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Benjamin and Richard Rush papers

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Creator: Rush, Benjamin, 1746-1813

Date: 1791-1856

Level of Description: Sub-collection/group

Material Type: Manuscripts

Call Number: Menninger Historic Psychiatry Coll., Rush, Box 1

Unit ID: 223253

Abstract: Originals and copies, sometimes also with typed transcripts, of letters written either by Benjamin Rush or his son Richard Rush, Esq. Topics include yellow fever epidemics in Philadelphia, news about family and friends/acquaintances, current reading, real estate and other property matters, religion and church, advice on health matters, legal and fiscal matters, publishing and writing, the American Revolution, the 1848 revolution in France and Major Poussin, politics and political careers, etc. Also with the papers are some court and legal documents from Richard Rush, engraved prints of Benjamin Rush, articles and other writings (often reprints) by Benjamin Rush or about Benjamin Rush, including an elegiac poem upon his death, and other related materials. Correspondents include Benjamin's wife Julia, former pupils, businessmen and lawyers, and other individuals.

Summary: These original letters were written either by Benjamin Rush or his son Richard Rush, Esq. Benjamin Rush was a Founding Father and signatory of the Declaration of Independence. He was also a physician, professor, and writer who many consider to be the "Father of American Psychiatry." Richard Rush held several political positions, including United States Attorney General, Secretary of Treasury, and Minister to England and France. Topics in this correspondence include yellow fever epidemics in Philadelphia, news about family and friends/acquaintances, current reading, real estate and other property matters, religion and church, advice on health matters, legal and fiscal matters, publishing and writing, the American Revolution, the 1848 revolution in France and Major Poussin, politics and political careers, etc. Also with the papers are some court and legal documents from Richard Rush. These papers are part of the historic psychiatry material in the Menninger Archives.

Space Required/Quantity: 0.50 cubic feet

Title (Main title): Benjamin and Richard Rush papers

Part of: Menninger Foundation Archives. Historic Psychiatry sub-collection.

Biography

Biog. Sketch (Full): On 24 December 1745, Benjamin Rush was born to John and Susannah Harvey Rush, in Byberry Pennsylvania, not far from Philadelphia. His father dying when Rush was a child, and Rush being one of seven siblings, he was sent to his aunt and uncle Finley. Rush received his education through the College of New Jersey (later renamed Princeton) and the University of Edinburgh in Scotland, where he received his medical degree.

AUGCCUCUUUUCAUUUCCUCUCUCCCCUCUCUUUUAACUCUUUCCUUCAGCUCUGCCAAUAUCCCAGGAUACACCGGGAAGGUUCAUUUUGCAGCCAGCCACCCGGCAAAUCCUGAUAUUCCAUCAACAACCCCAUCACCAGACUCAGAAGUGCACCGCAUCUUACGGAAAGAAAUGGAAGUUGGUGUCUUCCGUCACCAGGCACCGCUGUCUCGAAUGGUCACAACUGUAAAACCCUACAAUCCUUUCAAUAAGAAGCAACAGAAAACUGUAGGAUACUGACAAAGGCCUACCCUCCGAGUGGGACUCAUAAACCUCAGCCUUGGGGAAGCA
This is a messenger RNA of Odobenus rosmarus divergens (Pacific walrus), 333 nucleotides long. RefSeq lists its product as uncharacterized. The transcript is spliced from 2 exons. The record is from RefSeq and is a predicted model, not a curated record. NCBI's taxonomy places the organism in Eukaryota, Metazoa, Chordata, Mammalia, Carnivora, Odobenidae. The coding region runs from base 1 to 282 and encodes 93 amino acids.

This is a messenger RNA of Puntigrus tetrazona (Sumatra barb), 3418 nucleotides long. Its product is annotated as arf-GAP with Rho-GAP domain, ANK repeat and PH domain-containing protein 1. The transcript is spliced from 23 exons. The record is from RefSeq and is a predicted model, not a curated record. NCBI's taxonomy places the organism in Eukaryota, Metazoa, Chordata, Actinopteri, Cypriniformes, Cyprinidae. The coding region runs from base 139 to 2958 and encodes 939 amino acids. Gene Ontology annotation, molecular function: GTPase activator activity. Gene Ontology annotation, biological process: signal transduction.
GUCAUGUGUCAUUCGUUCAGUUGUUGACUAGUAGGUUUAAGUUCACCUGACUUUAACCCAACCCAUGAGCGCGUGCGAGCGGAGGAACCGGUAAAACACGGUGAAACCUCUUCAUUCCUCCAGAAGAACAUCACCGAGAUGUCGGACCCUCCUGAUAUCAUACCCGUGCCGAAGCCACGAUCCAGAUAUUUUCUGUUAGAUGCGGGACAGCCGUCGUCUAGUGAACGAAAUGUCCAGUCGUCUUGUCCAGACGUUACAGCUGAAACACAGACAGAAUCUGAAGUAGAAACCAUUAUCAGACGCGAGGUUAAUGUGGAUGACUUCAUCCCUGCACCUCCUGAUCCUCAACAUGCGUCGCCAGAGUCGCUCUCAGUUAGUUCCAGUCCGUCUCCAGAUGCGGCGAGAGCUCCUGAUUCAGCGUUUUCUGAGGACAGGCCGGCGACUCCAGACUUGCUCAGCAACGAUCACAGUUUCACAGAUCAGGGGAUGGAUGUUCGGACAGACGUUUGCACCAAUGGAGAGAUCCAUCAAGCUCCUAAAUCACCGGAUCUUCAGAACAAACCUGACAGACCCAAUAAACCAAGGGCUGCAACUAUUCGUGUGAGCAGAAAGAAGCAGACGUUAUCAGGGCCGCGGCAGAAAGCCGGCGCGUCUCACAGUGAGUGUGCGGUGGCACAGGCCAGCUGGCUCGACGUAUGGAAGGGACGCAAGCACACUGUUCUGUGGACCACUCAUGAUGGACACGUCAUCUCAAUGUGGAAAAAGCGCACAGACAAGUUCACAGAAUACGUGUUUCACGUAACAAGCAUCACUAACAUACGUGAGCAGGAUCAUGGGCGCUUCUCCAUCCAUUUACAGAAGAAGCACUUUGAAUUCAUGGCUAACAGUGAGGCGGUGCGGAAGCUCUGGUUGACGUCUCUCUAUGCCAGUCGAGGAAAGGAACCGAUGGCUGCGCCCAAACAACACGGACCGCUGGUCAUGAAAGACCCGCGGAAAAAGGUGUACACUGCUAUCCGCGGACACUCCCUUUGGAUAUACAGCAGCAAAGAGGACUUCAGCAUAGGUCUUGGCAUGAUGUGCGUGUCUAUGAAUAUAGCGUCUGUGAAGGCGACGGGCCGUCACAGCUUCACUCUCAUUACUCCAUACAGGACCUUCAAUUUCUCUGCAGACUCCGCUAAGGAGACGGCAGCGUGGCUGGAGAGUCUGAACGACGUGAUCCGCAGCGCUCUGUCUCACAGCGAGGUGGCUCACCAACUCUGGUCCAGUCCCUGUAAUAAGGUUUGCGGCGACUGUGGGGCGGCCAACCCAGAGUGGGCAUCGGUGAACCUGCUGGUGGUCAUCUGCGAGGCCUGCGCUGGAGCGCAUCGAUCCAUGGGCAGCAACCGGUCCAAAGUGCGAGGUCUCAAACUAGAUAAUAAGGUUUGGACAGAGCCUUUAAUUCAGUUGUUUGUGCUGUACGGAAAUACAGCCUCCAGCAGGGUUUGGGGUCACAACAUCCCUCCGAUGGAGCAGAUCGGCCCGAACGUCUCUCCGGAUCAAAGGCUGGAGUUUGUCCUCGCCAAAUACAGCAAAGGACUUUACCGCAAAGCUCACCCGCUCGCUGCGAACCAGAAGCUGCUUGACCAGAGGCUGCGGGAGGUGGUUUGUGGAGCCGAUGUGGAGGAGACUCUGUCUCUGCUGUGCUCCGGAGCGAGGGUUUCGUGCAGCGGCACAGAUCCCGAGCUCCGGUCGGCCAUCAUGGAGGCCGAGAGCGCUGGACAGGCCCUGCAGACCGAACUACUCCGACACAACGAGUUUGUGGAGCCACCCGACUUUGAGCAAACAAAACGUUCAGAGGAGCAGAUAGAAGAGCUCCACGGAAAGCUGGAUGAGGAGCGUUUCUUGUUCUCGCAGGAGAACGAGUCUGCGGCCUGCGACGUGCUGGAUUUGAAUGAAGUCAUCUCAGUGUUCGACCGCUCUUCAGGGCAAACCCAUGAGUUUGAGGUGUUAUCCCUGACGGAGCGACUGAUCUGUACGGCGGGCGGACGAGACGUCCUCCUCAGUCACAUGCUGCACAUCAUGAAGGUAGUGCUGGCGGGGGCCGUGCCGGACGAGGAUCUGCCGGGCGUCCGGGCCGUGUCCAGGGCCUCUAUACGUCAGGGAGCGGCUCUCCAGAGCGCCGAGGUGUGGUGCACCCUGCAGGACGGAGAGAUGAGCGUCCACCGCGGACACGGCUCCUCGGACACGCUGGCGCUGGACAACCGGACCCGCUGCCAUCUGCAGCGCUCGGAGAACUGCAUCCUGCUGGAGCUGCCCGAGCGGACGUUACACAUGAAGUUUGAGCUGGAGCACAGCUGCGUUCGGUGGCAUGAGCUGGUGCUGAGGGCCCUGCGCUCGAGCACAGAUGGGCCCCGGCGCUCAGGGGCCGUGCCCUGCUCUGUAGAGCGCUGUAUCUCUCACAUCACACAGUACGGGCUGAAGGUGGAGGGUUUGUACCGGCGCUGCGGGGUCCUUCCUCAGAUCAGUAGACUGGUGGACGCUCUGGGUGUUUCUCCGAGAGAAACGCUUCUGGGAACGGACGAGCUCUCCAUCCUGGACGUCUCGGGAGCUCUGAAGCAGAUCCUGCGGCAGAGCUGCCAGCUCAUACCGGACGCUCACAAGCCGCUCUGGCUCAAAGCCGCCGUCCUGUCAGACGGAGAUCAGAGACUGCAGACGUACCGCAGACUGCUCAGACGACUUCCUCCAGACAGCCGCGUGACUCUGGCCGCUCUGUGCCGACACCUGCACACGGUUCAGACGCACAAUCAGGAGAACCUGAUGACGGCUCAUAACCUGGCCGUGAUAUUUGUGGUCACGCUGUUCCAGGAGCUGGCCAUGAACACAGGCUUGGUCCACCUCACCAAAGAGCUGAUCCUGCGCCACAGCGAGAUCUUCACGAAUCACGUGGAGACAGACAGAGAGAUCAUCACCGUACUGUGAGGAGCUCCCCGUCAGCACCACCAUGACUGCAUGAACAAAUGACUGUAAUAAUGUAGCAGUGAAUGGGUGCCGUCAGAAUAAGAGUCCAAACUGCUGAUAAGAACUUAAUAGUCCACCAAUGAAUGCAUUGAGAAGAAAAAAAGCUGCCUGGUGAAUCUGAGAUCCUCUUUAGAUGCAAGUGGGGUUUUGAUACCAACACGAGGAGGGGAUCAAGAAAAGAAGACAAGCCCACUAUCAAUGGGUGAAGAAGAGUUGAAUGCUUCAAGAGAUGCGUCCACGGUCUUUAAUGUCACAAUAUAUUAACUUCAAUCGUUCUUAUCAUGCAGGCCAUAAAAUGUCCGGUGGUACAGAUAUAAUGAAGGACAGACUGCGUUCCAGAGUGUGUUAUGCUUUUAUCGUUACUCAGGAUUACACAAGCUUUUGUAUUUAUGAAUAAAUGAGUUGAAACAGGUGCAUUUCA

Rush returned to North America in 1769 and took up a private medical practice in Philadelphia. He also became a professor of chemistry at the College of Philadelphia, publishing the first American textbook in chemistry. An abolitionist, Rush wrote on numerous topics, including those related to patriotism and the growing crisis between England and the colonies. When the Revolutionary War broke out, Rush joined with the Continental Army as a surgeon and physician.

Benjamin Rush signed the U.S. Constitution in 1776, as a delegate to the Continental Congress. That same year he married Julia Stockton. The couple had 13 children, 9 of whom outlived their father.

In 1777, Rush was appointed surgeon-general to the continental army, a position which he did not keep long. Horrified at the conditions he found in the army, he accused Dr. William Shippen, director general of the hospital of the continental army, of negligence. When Congress upheld Shippen rather than Rush, Dr. Rush resigned in protest. Rush also secretly campaigned to remove General Washington from running the continental army. A letter he wrote to Virginia governor Patrick Henry on the subject was intercepted, and Rush when confronted agreed not to be involved anymore in the military.

Rush remained politically active, being elected to the Pennsylvania convention that adopted the federal constitution and serving as treasurer to the U.S. Mint from 1797-1813, among other duties. He continued writing prolifically on medicine and other topics. Working with the Pennsylvania Hospital, Rush became interested in psychiatry and treating the insane.

Benjamin Rush died 19 April 1813 at home.